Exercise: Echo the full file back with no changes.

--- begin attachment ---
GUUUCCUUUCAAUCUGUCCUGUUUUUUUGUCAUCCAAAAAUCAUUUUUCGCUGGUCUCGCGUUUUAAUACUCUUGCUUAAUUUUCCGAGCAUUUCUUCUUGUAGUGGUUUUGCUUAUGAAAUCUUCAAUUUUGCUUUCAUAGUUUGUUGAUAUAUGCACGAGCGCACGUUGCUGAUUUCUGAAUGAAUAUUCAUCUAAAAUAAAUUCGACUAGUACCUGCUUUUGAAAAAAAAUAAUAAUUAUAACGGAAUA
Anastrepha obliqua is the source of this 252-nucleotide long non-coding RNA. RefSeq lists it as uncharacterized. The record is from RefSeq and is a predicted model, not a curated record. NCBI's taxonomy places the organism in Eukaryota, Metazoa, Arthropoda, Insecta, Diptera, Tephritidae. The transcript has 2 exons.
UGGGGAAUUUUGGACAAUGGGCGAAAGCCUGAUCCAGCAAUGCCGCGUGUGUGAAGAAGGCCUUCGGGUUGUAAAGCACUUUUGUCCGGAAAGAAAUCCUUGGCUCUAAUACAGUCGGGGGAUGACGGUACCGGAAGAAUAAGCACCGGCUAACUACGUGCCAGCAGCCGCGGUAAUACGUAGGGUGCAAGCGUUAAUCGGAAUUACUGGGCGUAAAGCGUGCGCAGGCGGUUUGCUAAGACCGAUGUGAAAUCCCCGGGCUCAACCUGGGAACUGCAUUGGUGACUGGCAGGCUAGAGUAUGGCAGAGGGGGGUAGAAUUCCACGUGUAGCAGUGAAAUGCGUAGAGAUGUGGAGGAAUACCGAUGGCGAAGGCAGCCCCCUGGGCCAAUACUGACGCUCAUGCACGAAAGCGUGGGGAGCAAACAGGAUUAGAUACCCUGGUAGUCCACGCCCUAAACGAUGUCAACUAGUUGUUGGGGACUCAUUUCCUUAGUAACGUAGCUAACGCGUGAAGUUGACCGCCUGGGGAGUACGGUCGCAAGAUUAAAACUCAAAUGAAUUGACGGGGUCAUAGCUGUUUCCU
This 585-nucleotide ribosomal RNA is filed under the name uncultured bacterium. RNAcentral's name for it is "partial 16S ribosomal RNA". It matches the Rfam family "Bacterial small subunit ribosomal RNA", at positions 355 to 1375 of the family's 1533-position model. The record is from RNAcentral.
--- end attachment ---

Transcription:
GUUUCCUUUCAAUCUGUCCUGUUUUUUUGUCAUCCAAAAAUCAUUUUUCGCUGGUCUCGCGUUUUAAUACUCUUGCUUAAUUUUCCGAGCAUUUCUUCUUGUAGUGGUUUUGCUUAUGAAAUCUUCAAUUUUGCUUUCAUAGUUUGUUGAUAUAUGCACGAGCGCACGUUGCUGAUUUCUGAAUGAAUAUUCAUCUAAAAUAAAUUCGACUAGUACCUGCUUUUGAAAAAAAAUAAUAAUUAUAACGGAAUA
Anastrepha obliqua is the source of this 252-nucleotide long non-coding RNA. RefSeq lists it as uncharacterized. The record is from RefSeq and is a predicted model, not a curated record. NCBI's taxonomy places the organism in Eukaryota, Metazoa, Arthropoda, Insecta, Diptera, Tephritidae. The transcript has 2 exons.
UGGGGAAUUUUGGACAAUGGGCGAAAGCCUGAUCCAGCAAUGCCGCGUGUGUGAAGAAGGCCUUCGGGUUGUAAAGCACUUUUGUCCGGAAAGAAAUCCUUGGCUCUAAUACAGUCGGGGGAUGACGGUACCGGAAGAAUAAGCACCGGCUAACUACGUGCCAGCAGCCGCGGUAAUACGUAGGGUGCAAGCGUUAAUCGGAAUUACUGGGCGUAAAGCGUGCGCAGGCGGUUUGCUAAGACCGAUGUGAAAUCCCCGGGCUCAACCUGGGAACUGCAUUGGUGACUGGCAGGCUAGAGUAUGGCAGAGGGGGGUAGAAUUCCACGUGUAGCAGUGAAAUGCGUAGAGAUGUGGAGGAAUACCGAUGGCGAAGGCAGCCCCCUGGGCCAAUACUGACGCUCAUGCACGAAAGCGUGGGGAGCAAACAGGAUUAGAUACCCUGGUAGUCCACGCCCUAAACGAUGUCAACUAGUUGUUGGGGACUCAUUUCCUUAGUAACGUAGCUAACGCGUGAAGUUGACCGCCUGGGGAGUACGGUCGCAAGAUUAAAACUCAAAUGAAUUGACGGGGUCAUAGCUGUUUCCU
This 585-nucleotide ribosomal RNA is filed under the name uncultured bacterium. RNAcentral's name for it is "partial 16S ribosomal RNA". It matches the Rfam family "Bacterial small subunit ribosomal RNA", at positions 355 to 1375 of the family's 1533-position model. The record is from RNAcentral.